We all know the New York City real estate market has taken a hit. When the pandemic hit, real estate transactions slowed significantly. Deals didn’t close. People got cold feet, which is understandable as we were all living in such uncertainty.
Then there was a shift. The city started coming alive again. The market was really in a healthier place when people started to want change. Whether they were moving in or moving out, the fact is, there was movement. Obviously a lot of people were selling to move out of the city and into more suburban areas and people’s wants and needs changed with wanting outdoor space and home offices. Prices came down a little and gave buyers an opportunity to scoop things up. If things were priced correctly… they would sell relatively quickly.
Now that we are dealing with rising interest and mortgage rates, people are certainly showing some hesitation with when is the right time to buy; it’s the ageold question. As we speak now, the average mortgage rate is just over 6% for the first time since 2008. But you need to put these things into perspective: the average rate in the 80s was more than 12%, and just over 8% in the 90s. It will likely continue to rise, at least for the short term, so if you’re interested in buying now, but want to wait for rates to come down… you may be waiting for a while. My suggestion is to buy now, and once you find the place that’s right for you, don’t hesitate! Even with rising rates, homes are selling, averaging 135 days on the market in Q2 this year. That’s compared to 181 days in the same time last year. Down markets create buying opportunities – there is room for negotiation and you can find deals! That’s of course best done with a great agent. Take advantage!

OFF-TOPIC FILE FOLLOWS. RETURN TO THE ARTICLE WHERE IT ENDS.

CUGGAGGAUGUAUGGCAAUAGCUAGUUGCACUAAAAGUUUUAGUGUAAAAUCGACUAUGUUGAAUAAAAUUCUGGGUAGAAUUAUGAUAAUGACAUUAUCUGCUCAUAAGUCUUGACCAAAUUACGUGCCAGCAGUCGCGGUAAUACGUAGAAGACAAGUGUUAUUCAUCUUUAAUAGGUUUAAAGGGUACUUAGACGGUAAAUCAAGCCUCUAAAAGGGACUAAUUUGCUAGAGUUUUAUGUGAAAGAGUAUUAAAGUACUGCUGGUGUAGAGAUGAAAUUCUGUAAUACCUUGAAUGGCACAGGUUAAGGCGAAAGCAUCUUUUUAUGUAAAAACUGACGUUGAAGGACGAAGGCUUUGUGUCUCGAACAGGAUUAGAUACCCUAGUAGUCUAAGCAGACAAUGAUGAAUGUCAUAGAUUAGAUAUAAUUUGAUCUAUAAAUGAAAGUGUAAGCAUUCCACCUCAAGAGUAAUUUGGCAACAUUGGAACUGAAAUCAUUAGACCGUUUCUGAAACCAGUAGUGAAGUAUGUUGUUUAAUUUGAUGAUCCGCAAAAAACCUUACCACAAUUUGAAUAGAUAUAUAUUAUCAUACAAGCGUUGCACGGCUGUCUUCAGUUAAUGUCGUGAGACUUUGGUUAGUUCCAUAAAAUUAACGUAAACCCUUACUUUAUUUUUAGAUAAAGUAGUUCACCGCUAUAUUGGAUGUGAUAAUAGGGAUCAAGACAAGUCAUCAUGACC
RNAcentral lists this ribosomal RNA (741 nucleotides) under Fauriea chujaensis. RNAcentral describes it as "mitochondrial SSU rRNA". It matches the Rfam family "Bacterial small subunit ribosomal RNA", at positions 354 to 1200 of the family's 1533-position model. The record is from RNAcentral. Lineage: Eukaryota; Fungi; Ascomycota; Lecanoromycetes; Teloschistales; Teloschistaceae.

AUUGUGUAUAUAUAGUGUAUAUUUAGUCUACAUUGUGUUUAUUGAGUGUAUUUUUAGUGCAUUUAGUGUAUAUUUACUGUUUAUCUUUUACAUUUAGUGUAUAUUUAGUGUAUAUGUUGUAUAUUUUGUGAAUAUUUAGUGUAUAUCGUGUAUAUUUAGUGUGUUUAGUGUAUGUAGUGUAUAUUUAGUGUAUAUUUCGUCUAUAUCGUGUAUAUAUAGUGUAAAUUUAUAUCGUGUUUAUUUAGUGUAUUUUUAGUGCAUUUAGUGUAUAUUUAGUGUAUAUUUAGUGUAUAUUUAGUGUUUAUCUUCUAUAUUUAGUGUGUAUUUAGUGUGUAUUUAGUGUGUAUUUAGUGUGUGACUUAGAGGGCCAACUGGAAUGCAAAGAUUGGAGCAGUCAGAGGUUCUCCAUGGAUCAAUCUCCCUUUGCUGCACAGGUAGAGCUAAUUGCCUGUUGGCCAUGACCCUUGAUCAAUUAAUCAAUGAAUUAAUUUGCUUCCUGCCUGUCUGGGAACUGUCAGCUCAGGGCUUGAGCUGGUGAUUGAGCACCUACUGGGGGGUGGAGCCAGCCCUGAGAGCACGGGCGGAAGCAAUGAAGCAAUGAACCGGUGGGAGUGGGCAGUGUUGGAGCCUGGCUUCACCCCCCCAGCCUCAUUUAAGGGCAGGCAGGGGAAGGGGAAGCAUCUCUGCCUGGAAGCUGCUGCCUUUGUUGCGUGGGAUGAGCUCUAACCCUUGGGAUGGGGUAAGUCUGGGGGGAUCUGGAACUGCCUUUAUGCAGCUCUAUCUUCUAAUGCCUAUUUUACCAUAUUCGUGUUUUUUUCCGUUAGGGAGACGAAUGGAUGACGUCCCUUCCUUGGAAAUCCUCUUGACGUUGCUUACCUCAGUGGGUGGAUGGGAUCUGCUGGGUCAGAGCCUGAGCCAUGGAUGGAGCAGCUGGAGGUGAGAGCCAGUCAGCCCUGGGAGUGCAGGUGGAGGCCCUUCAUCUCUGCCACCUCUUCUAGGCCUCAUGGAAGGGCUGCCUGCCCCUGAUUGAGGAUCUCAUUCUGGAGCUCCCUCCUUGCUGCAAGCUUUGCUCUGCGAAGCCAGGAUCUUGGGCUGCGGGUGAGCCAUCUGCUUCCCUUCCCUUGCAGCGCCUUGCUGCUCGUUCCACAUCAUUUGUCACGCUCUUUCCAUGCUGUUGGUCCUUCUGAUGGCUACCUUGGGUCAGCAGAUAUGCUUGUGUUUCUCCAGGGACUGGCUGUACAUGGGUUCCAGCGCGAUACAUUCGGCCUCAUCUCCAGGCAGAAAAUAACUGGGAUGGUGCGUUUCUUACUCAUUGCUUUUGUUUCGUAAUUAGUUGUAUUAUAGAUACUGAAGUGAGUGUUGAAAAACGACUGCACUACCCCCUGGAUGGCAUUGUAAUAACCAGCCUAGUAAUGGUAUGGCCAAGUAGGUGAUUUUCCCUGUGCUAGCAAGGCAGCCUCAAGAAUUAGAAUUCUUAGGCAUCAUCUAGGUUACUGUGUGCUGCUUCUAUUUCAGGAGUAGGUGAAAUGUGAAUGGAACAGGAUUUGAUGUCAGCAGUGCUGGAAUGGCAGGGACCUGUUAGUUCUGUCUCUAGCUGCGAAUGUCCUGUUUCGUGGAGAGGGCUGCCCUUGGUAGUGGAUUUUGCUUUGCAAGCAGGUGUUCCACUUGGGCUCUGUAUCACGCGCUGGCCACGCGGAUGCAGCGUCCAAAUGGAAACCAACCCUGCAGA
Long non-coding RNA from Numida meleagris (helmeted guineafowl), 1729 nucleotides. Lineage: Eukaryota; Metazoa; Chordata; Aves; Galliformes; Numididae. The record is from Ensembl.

We understand you work with clients from Manhattan to Montauk; do you have any favorite locations out east?
The Hamptons are a wonderland of spectacular homes, beachfront living, and the ultimate in luxury lifestyle. There’s culture, there’s shopping,there’s history, there’s beach clubs and of course swimming. The best thing about all its villages and towns is that each one kind of has its own personality. So it really depends on your personality and needs. I tend to gravitate toward Southampton, but of course I don’t want to hurt any of the other towns’ feelings. Water Mill is nice and just so happens to be the location of the new SERHANT. House Hamptons. Go on in and take a look!
Tell us a little bit about your other passion — food! We know you started out in the food industry as a personal chef and food columnist and were even a line cook for the internationally renowned chef/ restaurateur Jean-Georges Vongerichten. Do you even have time to cook anymore? Are you planning any other television shows centered around cooking?
Honestly I love to cook and try to, as much as I can, at home. My husband always says, “Why go out if you cook as good as any restaurant?” He’s spoiled (though that certainly depends on the restaurant)! But, I really do love it. I also love to know what’s in the food I feed my family so the only way to do that is make it yourself. However… Mama also needs a break sometimes and it’s important to support your local restaurants! I cook dinners during the week (much simpler than my former Jean- Georges dishes!) and love to bake and make elaborate breakfasts on the weekends. And early Sunday dinners are a must. As for a cooking show… that’s never completely off my radar. I’ve started doing cooking segments in the kitchens of my listings for the SERHANT. Listed channel. That reminds me to plan the next one at One57. Stay tuned!
With your culinary background, do you find yourself especially drawn to the kitchens of the homes you get to show?
Oh… absolutely. I’m always drawn to a kitchen. If I see a beautiful apartment with a lousy kitchen I always think, “Ah… what a shame!” Years ago we started “Heart of the Home” episodes on Open House featuring chefs’ homes because of my love of kitchens! We need to do another one. Curtis Stone… expect a call.
With three kids and a husband, how do you balance it all? Any tips for working parents struggling to balance both career and family life?
Coffee? Ha! But seriously, although it’s a challenge, trying to focus on what’s happening in the moment while still planning for what’s on the horizon is a skill you learn as a parent. You have to be the ultimate multitasker. It’s just a parental job requirement. So I make my lists (personal and professional) and make sure I check them throughout the day. I’m focused at work and I try to be focused at home. But give yourself some grace. Putting down phones and focusing solely on kids and homelife is getting more and more challenging with work hours becoming more and more blurred with WFH options. It takes reminding yourself regularly that you deserve “you” time and family time. Allow yourself to take it.